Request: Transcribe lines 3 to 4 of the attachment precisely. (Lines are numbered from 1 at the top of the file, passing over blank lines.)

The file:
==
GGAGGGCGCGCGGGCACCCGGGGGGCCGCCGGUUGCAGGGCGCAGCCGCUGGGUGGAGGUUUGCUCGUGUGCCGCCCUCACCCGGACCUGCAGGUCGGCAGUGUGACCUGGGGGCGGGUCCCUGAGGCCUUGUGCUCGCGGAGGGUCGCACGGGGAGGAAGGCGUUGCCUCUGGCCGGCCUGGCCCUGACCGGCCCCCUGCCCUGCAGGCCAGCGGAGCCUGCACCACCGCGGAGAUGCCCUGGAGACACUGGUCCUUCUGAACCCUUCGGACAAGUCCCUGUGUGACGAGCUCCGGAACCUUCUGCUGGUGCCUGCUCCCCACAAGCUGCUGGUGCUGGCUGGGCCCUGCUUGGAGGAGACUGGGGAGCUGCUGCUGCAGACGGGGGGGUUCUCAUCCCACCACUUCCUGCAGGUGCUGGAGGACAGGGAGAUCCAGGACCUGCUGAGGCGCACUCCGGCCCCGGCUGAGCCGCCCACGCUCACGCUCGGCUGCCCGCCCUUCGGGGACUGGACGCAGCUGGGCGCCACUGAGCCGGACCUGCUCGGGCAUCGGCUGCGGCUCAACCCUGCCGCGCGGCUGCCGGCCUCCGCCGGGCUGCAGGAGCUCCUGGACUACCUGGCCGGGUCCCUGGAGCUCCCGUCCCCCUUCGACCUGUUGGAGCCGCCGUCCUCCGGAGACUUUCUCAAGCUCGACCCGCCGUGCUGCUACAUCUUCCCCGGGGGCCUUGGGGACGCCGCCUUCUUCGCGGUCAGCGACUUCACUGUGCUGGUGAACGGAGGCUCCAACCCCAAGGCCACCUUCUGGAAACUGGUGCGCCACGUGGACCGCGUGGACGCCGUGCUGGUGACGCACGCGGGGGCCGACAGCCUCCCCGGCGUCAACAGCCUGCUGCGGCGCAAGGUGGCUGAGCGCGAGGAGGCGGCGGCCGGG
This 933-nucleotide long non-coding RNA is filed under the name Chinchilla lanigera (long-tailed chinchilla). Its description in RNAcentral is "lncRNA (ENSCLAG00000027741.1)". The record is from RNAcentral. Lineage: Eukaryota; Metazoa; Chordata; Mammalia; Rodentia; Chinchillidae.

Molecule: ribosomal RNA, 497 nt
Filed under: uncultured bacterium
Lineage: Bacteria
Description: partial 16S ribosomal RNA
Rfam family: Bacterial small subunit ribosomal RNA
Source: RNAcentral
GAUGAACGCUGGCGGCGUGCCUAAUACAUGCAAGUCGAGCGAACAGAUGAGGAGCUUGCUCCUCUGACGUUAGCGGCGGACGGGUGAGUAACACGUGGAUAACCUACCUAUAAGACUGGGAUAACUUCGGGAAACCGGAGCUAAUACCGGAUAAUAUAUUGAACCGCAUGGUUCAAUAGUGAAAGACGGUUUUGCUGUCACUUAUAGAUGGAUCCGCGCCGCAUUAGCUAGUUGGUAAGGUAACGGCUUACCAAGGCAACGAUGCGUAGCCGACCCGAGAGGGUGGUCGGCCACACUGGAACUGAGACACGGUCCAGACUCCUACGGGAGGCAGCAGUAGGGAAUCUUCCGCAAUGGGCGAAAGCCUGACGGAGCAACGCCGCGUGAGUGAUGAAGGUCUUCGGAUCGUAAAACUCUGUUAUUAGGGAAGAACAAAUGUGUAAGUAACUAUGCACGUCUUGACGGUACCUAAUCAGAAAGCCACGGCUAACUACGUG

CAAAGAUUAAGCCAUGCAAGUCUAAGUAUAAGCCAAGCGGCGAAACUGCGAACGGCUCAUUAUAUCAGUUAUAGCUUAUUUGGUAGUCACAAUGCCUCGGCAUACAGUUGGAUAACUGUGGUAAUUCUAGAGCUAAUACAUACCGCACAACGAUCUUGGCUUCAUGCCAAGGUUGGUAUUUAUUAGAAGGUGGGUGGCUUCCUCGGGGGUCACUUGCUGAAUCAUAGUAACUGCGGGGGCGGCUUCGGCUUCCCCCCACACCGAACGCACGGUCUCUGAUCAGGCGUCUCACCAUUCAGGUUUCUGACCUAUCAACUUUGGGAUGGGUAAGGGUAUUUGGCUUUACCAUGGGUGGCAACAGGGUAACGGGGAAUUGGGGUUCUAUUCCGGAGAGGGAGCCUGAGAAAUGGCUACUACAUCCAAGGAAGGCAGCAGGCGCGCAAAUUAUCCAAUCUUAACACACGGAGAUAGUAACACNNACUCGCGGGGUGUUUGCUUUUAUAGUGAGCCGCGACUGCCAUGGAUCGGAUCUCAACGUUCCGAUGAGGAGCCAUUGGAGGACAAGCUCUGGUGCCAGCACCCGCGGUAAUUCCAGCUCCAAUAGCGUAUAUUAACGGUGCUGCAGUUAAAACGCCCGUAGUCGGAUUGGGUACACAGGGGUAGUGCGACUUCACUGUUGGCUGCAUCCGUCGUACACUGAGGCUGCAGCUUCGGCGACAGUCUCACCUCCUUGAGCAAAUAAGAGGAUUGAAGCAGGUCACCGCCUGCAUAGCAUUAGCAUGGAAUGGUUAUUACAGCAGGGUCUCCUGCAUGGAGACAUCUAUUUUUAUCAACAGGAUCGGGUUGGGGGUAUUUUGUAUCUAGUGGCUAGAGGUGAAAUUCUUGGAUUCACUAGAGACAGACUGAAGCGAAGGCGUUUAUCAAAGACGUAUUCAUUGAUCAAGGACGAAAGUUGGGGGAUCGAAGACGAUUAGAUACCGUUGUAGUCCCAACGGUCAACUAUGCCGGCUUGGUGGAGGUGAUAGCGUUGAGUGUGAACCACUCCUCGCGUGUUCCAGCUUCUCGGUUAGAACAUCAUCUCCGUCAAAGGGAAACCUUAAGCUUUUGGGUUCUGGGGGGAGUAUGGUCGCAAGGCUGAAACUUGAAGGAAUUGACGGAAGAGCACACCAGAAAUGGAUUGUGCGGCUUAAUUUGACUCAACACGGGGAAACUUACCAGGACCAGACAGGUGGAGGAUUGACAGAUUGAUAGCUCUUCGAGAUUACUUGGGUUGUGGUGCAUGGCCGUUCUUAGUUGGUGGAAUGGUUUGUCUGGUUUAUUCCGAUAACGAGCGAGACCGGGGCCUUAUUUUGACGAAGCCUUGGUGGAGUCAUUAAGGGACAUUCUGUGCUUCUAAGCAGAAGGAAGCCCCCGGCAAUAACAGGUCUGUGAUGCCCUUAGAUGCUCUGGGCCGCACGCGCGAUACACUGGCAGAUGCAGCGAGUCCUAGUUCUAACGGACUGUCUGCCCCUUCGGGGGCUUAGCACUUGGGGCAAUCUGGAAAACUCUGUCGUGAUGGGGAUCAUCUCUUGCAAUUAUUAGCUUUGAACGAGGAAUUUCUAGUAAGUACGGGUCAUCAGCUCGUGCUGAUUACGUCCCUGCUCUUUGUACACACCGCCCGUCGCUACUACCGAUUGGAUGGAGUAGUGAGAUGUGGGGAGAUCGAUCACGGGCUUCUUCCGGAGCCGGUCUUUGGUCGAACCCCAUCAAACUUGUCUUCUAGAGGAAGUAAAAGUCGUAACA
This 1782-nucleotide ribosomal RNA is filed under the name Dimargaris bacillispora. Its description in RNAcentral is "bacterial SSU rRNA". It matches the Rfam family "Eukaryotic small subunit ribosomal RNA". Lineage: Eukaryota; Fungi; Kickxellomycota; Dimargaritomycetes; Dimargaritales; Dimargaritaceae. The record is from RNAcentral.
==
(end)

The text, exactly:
Molecule: ribosomal RNA, 497 nt
Filed under: uncultured bacterium